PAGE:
Whats wrong with my machine? There’s water all over the bench and I don’t know what to do!

We get this call and email often…

Everything was ok yesterday, but today there’s water everywhere! What happened??

Boiler overfill….

This sometimes happens in heat exchanger machines (HX) and in the steam boilers of of dual boiler machines (usually also a HX boiler) and the answer is often conductivity.

Espresso machines sense the presence of water because it can conduct an electric charge due to dissolved ionic content in the water. To regulate the fill of the boiler, a metal water level sensor (or fill probe) is incorporated into the boiler and when it gets “wet feet”, it is earthed by the ionic content of the water and this results in a “please stop filling me” message at the brain of the espresso machine- the control board.

So what can cause this message to not be received?

If your water is too pure, the ionic content in it may be so low that the water cannot conduct an electrical charge. Perhaps you might be using rainwater from a tank, you have switched to a new filter and it’s working too well. Maybe you purchased some bottled water which is close enough to distilled in mineral content- Pureau is an example.  Regardless, your water is just too good. The boiler continues to fill and and the probe never sends a message to the control board: instant grenade! Not really…

Fortunately, your machine is unlikely to explode. All espresso machines have a safety valve fitted and this valve will typically release any excess pressure at 1.5-2.0Bar which is well before your boiler will explode. Water will also often leak from the vacuum valve on the top of the boiler and sometimes from the expansion valve which may drain to the drip tray or perhaps from above the drip tray . This leads to the “There’s water all over the bench and I don’t know what to do!” phone call or email. Often, your home safety switch may have tripped as well because water and 230V AC are not particularly happy bed partners.

The fix is pretty easy and includes a few simple steps:

  1. Switch off, unplug and let your machine dry out for a day.
  2. Switch your water to a batch with higher ionic content. Perhaps you might temporarily go back to tap water or 50/50 shandy of what you are using and tap water may help. You might even add a little salt to your water- though we wouldn’t recommend the salt if you have a stainless steel boiler as they don’t get on well. Try sodium bicarb. aka baking soda in this case.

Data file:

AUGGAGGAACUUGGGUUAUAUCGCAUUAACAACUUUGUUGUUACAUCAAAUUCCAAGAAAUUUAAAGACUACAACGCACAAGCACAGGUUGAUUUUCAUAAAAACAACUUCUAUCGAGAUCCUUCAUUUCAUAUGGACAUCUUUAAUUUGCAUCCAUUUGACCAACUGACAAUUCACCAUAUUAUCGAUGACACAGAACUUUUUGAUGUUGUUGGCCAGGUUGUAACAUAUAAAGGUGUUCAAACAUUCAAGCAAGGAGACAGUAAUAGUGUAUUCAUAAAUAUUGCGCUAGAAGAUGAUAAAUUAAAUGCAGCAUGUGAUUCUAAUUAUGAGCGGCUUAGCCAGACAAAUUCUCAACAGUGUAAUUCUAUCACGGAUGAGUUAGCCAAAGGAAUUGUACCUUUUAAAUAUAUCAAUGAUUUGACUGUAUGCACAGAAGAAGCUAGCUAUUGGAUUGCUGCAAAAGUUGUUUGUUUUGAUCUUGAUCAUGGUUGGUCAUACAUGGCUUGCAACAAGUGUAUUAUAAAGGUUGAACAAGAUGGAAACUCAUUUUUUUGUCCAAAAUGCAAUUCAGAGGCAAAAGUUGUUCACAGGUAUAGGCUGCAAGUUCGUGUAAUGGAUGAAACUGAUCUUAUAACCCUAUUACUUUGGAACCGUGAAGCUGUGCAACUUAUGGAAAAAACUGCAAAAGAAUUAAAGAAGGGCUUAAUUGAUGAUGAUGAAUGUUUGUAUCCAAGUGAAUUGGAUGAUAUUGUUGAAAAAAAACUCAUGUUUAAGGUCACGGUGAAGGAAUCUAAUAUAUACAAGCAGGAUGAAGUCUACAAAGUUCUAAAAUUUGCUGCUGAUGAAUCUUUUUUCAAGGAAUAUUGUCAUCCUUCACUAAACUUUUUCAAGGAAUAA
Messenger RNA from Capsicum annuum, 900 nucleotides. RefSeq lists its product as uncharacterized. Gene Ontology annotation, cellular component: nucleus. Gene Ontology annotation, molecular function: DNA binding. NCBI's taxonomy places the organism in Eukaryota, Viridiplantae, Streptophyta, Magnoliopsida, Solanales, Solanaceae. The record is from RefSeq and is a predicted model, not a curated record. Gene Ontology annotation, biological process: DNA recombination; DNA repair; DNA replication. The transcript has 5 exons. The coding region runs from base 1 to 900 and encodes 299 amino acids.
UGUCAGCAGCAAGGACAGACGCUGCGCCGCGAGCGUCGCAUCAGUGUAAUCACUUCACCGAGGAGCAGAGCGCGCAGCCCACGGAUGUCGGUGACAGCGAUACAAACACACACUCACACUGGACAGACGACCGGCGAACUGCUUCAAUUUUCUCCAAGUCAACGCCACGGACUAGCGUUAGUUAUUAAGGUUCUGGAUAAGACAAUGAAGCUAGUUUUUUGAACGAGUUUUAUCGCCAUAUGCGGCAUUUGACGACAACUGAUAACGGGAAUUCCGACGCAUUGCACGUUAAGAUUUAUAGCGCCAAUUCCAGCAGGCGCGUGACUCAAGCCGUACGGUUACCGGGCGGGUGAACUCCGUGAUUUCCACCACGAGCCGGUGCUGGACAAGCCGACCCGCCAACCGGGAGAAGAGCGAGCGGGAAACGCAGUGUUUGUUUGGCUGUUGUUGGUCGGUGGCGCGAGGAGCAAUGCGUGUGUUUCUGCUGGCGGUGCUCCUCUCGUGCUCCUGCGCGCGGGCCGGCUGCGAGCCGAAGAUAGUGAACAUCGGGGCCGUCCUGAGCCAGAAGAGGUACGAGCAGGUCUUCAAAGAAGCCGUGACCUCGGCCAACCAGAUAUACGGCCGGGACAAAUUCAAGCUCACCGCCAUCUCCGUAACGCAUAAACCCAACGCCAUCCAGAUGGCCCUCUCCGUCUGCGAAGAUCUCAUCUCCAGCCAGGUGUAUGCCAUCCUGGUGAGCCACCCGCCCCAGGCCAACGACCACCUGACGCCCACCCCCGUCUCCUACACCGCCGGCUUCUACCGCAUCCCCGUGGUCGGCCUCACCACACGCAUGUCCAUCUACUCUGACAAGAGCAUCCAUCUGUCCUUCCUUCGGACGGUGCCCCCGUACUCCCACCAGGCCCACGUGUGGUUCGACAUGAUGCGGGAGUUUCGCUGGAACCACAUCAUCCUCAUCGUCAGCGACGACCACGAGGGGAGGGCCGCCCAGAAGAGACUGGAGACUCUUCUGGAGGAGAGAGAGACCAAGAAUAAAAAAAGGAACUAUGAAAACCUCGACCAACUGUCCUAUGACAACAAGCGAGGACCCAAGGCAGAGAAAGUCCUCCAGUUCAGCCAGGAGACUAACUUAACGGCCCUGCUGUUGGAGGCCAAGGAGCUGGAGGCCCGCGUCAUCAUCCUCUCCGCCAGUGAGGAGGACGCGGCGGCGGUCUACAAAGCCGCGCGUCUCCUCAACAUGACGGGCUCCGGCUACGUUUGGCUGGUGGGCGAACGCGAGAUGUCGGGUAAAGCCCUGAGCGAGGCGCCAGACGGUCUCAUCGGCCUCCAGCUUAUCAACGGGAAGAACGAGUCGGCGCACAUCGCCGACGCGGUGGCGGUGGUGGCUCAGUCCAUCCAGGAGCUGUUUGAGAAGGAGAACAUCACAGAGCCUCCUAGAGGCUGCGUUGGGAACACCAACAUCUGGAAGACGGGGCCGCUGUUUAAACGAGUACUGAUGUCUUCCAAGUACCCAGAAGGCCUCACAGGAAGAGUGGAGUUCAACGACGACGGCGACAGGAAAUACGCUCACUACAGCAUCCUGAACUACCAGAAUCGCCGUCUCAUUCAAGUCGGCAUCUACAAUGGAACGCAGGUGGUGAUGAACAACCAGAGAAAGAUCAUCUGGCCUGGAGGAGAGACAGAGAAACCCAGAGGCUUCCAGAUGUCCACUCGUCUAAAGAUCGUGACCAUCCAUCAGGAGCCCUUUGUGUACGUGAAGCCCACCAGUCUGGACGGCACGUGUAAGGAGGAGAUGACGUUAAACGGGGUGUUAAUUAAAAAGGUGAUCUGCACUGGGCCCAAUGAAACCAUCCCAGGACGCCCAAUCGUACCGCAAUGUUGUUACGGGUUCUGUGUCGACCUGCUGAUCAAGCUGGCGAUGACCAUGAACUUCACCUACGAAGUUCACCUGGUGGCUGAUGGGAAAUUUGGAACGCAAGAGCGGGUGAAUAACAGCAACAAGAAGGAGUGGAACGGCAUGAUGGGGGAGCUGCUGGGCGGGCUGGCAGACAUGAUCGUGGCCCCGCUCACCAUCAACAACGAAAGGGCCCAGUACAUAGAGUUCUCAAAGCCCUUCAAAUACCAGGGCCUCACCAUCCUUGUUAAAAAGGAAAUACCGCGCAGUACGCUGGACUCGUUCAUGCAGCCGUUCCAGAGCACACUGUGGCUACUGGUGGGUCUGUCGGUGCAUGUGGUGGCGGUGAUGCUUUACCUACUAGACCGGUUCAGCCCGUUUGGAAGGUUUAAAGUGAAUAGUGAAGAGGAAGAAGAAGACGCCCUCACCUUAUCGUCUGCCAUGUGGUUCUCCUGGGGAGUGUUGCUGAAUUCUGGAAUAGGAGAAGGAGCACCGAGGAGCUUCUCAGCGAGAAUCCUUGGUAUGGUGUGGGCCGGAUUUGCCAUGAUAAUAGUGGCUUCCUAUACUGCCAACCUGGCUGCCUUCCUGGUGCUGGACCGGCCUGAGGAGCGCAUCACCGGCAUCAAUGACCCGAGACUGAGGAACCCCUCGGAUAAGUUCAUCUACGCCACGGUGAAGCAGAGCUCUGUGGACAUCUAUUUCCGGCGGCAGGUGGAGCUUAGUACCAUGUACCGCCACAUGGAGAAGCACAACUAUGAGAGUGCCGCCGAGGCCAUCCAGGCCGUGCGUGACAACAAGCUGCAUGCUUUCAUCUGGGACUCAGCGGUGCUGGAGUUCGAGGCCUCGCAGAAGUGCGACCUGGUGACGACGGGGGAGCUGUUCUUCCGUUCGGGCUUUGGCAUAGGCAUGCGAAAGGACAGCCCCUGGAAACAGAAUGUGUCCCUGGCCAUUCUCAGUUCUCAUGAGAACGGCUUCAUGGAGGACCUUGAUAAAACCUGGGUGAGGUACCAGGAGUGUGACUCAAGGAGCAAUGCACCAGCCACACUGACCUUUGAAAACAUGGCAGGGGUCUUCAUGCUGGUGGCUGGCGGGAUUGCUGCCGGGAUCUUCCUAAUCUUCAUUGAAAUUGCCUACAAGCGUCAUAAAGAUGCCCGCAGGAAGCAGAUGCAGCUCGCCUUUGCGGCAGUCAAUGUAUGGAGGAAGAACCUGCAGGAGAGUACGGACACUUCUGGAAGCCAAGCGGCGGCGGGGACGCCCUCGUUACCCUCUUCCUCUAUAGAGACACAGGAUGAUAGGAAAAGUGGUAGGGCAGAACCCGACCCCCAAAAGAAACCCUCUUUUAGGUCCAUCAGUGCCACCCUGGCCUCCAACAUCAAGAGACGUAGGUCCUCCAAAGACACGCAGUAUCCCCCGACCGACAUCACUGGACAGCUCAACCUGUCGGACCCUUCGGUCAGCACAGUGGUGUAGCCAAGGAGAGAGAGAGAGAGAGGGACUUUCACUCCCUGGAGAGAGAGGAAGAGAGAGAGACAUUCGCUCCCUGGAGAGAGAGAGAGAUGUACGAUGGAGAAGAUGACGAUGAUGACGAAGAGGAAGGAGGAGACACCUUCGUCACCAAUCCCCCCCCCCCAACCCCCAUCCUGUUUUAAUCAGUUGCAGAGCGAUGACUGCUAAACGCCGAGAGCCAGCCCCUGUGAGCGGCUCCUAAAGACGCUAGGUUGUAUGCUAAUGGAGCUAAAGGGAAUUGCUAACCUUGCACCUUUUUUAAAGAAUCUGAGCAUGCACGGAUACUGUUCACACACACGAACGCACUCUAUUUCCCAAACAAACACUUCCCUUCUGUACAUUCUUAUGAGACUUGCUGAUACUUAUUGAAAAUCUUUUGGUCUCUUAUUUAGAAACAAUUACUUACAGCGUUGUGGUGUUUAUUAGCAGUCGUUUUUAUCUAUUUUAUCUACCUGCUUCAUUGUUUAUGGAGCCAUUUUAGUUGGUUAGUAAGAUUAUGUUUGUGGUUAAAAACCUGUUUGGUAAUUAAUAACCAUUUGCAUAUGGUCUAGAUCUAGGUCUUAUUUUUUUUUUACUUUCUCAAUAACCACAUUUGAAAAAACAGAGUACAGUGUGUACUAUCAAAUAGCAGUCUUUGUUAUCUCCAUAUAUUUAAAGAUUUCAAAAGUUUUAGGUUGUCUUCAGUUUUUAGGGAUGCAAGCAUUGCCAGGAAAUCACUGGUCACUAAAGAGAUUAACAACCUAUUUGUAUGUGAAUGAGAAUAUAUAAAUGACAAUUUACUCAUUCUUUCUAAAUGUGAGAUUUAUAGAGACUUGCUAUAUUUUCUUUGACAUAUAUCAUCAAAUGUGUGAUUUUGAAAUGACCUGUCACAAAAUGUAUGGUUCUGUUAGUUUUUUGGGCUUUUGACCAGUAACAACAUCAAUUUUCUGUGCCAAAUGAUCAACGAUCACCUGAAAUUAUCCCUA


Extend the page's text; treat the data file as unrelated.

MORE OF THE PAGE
3. Once dry, switch the machine on and open the hot water valve into an empty jug. Leave it that way until you hear the pump kick in and the machine drinks from the tank.
  4. Close the hot water valve and allow the machine to continue to heat.
  5. Hey presto! (in most cases anyway)
  6. You’re welcome 😁

If you continue to have issues, there are some other possibilities which will need to be investigated and these will involve technical support.

  1. There is a fault with your control board or the wiring to the fill probe (…or to the boiler earth. VBM machines are particularly notorious for this)
  2. The fill probe is covered in debris (often lime scale) and can no longer be earthed by your water
  3. Your water is just too pure (<30ppm total hardness) and you need to find a more permanent way of increasing your ionic content. A professional water test will be a good idea at this point.


We sometimes receive calls from the owners of Rocket Espresso machines asking why the low water light is flashing when they know that the tank is full. The reasons are exactly the same. Rocket Espresso machines use a pair of probes in the tank coupling below the water tank and if no charge is conducted between those probes, the machine will think it has no water and stop the fill process while switching off the brew element to protect the boiler. It’s just another level of redundancy and is there to help protect from a boiler overfill. It’s not infallible, but generally works pretty well.

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